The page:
Ski nomenclature is relatively simple. Examining the ski from front to back along the direction of travel, the front of the ski (typically pointed or rounded) is the "tip", the middle is the "waist" and the rear (typically flat) is the "tail".
All skis have four basic measures that define their basic performance: length, width, sidecut and camber.
Length and width
The length and width of the ski define its total surface area, which provides some indication of the ski's "float", its ability to remain on top of the snow instead of sinking into it. The width by itself also has a strong relationship to the amount of drag as it moves though the snow. Efficiency in cross-country skiing depends on keeping the skis narrow to reduce drag, and thus requires them to be very long in order to produce the required amount of float. Alpine skis are generally not as concerned about drag, and tend to be shorter and wider.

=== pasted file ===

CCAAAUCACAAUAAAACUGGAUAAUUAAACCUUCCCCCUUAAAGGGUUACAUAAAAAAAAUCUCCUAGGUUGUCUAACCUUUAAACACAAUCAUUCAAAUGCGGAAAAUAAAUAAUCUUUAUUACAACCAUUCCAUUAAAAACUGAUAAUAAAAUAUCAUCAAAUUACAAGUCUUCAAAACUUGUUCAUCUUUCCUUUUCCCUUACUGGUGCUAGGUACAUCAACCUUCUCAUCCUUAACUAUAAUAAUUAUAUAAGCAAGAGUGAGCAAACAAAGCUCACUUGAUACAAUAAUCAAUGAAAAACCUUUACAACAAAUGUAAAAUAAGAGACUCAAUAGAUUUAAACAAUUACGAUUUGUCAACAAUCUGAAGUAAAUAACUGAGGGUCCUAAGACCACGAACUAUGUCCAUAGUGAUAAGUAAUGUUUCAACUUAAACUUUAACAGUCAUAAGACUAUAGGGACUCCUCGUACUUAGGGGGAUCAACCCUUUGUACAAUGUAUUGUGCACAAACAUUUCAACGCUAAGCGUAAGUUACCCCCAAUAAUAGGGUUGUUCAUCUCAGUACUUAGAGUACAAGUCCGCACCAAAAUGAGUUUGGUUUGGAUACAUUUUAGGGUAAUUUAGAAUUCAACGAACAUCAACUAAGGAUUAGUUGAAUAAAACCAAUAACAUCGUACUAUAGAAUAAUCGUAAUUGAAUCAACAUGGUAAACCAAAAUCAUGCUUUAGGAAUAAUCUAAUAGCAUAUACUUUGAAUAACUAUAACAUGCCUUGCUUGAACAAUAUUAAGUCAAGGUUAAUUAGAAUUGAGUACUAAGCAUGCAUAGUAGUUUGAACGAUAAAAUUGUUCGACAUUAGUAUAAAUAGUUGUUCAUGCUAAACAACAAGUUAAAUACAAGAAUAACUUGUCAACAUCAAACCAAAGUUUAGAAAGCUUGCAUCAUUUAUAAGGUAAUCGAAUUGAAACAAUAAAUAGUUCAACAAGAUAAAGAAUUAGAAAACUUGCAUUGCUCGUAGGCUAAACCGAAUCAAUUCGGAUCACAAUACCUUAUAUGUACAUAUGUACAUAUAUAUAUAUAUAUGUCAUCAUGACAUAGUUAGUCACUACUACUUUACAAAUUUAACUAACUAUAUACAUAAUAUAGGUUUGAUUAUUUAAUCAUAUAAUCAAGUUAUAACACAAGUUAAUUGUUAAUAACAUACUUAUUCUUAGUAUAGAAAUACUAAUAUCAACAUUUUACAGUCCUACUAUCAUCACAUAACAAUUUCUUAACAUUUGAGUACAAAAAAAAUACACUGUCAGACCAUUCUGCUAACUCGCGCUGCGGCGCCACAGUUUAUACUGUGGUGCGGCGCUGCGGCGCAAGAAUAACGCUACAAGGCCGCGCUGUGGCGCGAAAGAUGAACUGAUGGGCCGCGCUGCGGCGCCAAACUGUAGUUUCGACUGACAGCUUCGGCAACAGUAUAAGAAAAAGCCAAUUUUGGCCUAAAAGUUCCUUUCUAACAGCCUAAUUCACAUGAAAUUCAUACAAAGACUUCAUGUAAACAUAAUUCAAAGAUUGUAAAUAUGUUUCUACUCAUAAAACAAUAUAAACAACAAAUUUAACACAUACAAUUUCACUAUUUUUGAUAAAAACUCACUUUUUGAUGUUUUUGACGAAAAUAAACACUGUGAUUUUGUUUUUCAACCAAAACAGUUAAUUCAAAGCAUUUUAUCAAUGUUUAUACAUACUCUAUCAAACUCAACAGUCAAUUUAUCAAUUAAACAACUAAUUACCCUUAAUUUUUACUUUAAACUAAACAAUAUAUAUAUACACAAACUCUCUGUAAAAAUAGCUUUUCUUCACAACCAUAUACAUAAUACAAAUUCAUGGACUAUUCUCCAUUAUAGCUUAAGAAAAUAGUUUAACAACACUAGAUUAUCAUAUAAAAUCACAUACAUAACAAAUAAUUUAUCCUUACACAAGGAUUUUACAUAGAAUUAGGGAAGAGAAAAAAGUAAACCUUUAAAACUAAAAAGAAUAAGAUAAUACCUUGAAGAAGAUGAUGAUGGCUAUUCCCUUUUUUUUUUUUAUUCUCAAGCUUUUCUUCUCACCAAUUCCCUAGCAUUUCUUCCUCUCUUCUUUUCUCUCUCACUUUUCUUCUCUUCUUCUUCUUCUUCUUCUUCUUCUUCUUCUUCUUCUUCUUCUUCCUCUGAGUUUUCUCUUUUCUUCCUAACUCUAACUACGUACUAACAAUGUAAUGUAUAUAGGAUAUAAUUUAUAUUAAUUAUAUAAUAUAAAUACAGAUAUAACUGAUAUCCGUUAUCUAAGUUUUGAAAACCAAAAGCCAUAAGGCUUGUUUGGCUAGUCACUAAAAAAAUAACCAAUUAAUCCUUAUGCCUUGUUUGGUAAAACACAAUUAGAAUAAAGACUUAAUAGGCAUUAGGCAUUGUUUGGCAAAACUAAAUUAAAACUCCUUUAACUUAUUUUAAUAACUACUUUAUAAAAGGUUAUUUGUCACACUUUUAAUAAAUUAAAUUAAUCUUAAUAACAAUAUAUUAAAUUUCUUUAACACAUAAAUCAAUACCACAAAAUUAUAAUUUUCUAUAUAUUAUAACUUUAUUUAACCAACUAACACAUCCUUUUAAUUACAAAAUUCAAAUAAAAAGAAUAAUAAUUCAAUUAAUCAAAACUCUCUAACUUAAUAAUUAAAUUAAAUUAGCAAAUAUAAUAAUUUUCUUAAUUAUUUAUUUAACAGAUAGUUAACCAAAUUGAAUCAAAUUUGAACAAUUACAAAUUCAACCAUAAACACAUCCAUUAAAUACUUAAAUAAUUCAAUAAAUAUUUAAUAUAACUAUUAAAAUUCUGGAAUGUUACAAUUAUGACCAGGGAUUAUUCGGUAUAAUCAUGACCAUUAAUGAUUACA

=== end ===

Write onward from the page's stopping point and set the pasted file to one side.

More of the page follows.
Sidecut is the shape of the edge of the ski as viewed from the top or bottom. Alpine skis are wider at the tip and tail than they are at the waist; when rotated onto their edge, known as "edging", this causes the ski to bend into a curved shape and allows them to "carve" a turn. Cross-country techniques use different styles of turns; edging is not as important, and skis have little sidecut. For many years, alpine skis were shaped similarly to cross-country, simply shorter and wider, but the Elan SCX introduced a radical sidecut design that dramatically improved performance. Other companies quickly followed suit, and it was realized in retrospect that "It turns out that everything we thought we knew for forty years was wrong." Since then, "shaped" skis have dominated alpine ski design.
Camber is the shape of the edge of the ski as viewed from one side or the other. Skis are traditionally designed so the tips and tails are naturally pressed down, and if laid on a flat surface, the waist will be in the air. Without camber, when the skier's...